“Fine. Let’s get this over with,” Billy said. He brought both hands together and began reciting the Lord’s Prayer as he recalled from his youth in church with his father. The words came out in rote memorization as they had hundreds of times before. He wasn’t even sure what they meant though his tongue clearly spoke the prayer with no missteps. When he finished he opened his eyes and looked at the people around him. He held out the cross to Hugh and said, “Well? Can I go now?”
Hugh and Planche both slumped their shoulders. Hugh said, “You hold that in safekeeping for the time being, William.” Planche rose to protest, but Hugh raised another silencing hand and Planche sat back down without uttering a word.
“You tried Billy. Thank you,” Angela said, beaming a warm smile at him. “You’ve got a few hours before Brandt is awake enough to try and go in. Maybe we’ll try again later when you’ve had some time to relax?”
He just rose and left the room as quickly as he could, happy to be free of the pressure to perform to a standard he didn’t understand. His feet bore him through the halls where they would. He kept his eyes down and tried not to bump into too many people as he followed his feet down halls and around corners. Before long he looked up and didn’t recognize the part of the base he stood in.
The clean, plasterboard walls were gone. Now, Billy stood in a natural rock cave with a very high ceiling. Supporting columns stood at regular distances, and the floor of the cavern was smooth paved cement. Several small buildings stood against the far wall and all manner of vehicles were parked in neat rows, including a contingent of five helicopters. Men and woman moved about conducting various tasks. At one end of the cave a set of large steel doors stood open, revealing the roof of a curving tunnel leading away. A like set of doors hung open at the opposite end of the cavern.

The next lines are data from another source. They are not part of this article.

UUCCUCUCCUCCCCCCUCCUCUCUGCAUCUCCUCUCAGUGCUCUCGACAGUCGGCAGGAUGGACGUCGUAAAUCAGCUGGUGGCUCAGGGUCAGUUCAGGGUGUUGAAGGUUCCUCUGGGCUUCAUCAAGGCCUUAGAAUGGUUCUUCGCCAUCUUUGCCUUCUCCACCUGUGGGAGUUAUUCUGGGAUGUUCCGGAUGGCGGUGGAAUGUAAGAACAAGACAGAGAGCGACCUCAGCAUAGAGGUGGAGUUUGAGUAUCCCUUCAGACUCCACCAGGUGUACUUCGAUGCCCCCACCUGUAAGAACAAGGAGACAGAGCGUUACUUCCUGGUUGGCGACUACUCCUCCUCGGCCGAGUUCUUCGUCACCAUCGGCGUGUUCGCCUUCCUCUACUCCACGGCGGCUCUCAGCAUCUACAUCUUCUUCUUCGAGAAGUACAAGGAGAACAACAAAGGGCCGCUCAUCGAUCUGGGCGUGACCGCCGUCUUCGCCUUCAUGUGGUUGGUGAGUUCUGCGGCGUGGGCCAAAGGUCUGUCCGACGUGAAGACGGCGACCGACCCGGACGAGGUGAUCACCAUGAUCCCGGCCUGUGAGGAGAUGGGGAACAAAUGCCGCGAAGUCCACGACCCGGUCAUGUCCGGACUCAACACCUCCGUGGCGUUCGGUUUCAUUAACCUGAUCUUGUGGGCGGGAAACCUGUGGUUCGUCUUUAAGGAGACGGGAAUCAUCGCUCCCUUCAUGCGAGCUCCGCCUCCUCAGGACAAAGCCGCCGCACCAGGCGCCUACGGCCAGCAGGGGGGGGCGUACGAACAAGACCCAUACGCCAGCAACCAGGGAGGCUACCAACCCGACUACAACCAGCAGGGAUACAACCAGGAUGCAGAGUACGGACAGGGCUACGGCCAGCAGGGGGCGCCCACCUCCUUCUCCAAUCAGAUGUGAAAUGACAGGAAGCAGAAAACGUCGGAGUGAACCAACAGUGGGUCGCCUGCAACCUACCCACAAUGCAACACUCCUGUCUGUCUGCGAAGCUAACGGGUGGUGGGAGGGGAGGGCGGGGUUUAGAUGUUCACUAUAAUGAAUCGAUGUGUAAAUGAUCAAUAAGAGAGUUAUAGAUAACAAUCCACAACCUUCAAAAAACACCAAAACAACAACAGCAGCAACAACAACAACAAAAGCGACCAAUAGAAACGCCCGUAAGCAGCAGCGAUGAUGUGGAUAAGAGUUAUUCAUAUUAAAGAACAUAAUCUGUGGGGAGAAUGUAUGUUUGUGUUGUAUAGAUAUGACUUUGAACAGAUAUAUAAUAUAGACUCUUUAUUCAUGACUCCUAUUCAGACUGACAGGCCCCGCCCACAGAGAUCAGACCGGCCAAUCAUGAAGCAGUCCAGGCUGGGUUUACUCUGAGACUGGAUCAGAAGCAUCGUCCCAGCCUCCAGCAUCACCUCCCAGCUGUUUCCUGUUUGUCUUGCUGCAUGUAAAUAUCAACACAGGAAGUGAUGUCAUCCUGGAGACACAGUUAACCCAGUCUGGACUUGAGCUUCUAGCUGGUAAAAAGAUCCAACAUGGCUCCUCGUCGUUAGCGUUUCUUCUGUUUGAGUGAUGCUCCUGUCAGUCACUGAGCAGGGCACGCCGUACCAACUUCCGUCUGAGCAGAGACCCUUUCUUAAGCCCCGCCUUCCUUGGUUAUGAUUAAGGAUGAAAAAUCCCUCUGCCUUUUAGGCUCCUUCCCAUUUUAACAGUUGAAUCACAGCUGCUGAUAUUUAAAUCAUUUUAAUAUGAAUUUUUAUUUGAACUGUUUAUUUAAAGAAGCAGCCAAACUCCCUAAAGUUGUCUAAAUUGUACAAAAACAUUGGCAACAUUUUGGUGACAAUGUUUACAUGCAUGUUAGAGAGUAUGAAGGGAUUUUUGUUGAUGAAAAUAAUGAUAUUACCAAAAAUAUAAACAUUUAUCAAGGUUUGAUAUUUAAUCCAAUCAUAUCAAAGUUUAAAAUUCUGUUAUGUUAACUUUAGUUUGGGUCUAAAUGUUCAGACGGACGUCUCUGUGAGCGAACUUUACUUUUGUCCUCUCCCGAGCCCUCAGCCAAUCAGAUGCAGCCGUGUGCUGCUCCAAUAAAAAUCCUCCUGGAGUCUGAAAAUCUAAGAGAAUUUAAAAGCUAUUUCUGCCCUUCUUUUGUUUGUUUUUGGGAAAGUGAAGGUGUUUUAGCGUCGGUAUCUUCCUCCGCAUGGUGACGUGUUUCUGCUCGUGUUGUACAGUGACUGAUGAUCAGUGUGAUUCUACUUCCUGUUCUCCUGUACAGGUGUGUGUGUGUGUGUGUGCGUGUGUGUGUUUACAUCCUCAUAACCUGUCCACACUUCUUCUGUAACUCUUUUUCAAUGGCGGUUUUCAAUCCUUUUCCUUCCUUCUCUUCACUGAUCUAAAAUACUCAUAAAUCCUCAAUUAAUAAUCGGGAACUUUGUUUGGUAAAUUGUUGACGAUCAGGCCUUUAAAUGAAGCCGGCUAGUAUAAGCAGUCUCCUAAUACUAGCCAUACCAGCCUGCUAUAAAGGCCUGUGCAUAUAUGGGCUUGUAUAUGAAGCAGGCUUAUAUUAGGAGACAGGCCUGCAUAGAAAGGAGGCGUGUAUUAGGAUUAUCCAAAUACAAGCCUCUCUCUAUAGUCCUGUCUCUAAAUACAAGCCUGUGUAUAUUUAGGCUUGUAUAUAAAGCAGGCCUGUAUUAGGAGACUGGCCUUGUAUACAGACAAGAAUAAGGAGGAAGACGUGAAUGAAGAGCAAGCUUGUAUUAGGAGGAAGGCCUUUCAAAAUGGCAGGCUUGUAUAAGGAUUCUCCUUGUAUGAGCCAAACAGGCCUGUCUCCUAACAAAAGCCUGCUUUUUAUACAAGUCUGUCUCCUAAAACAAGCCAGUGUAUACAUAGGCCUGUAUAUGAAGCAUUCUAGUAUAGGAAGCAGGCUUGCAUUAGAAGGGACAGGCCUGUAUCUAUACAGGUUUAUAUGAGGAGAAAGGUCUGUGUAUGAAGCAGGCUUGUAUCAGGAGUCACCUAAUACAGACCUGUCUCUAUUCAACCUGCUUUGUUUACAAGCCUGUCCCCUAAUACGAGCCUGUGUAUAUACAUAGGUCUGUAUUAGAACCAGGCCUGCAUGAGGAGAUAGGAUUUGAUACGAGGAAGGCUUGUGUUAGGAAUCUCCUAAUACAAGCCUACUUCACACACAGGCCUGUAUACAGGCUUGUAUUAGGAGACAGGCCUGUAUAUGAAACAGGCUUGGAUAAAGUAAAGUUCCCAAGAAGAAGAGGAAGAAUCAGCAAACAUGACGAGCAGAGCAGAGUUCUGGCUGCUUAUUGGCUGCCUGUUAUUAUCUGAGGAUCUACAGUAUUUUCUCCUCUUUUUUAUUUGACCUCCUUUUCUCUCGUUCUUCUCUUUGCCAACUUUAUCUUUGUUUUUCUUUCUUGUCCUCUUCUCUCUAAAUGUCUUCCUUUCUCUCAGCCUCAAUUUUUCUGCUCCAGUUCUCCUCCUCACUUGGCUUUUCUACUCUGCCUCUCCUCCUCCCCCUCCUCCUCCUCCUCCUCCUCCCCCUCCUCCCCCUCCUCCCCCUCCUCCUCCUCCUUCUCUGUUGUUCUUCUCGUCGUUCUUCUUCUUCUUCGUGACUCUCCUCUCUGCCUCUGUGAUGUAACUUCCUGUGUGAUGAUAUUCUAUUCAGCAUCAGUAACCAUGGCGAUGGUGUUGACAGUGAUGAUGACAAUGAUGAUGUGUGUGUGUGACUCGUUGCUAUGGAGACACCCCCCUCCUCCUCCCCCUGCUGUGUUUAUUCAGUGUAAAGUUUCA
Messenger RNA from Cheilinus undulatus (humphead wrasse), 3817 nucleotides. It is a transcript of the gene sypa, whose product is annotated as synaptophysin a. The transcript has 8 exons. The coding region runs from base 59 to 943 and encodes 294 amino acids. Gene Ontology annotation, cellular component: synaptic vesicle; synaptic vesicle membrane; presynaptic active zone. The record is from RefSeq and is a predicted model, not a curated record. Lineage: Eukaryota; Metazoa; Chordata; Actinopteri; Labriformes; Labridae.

“Hey, kid!” Billy jumped, startled out of his reverie. A large burly soldier with the letters MP on one sleeve of his uniform had come around one of the vehicles next to Billy. He rested a hand on the butt of some sort of gun. “Let me see some ID.”
Billy pulled his badge out of his pocket and showed it to the man. The guard studied the badge, then studied Billy’s face, then the badge again. About this moment First Sergeant Wilcox trotted through the doors behind Billy. The guard tensed and slid a foot back assuming a defensive posture until his eyes caught sight of the newcomer’s rank insignia.
“First Sergeant, this kid with you?” the guard asked.
“Yeah, he is. Carry on,” Wilcox said.
“Okay, First Shirt, just ask him to keep his badge out like everyone else. Especially up in here,” the guard said.
“Will do,” the First Sergeant said. To Billy he said, “You almost lost me back there. You’re pretty slippery in a crowd.”
“Yeah, I’m good at that,” Billy said saddened his time alone had been violated. He realized at that moment he hadn’t been alone, just by himself for a very long time.
Guardians of the Herald is a weekly serial published and copyright by The Cavalier, Mark Malcolm. For more information about this story please join us on our Facebook page community at www.facebook.com/firstchevalierbooks.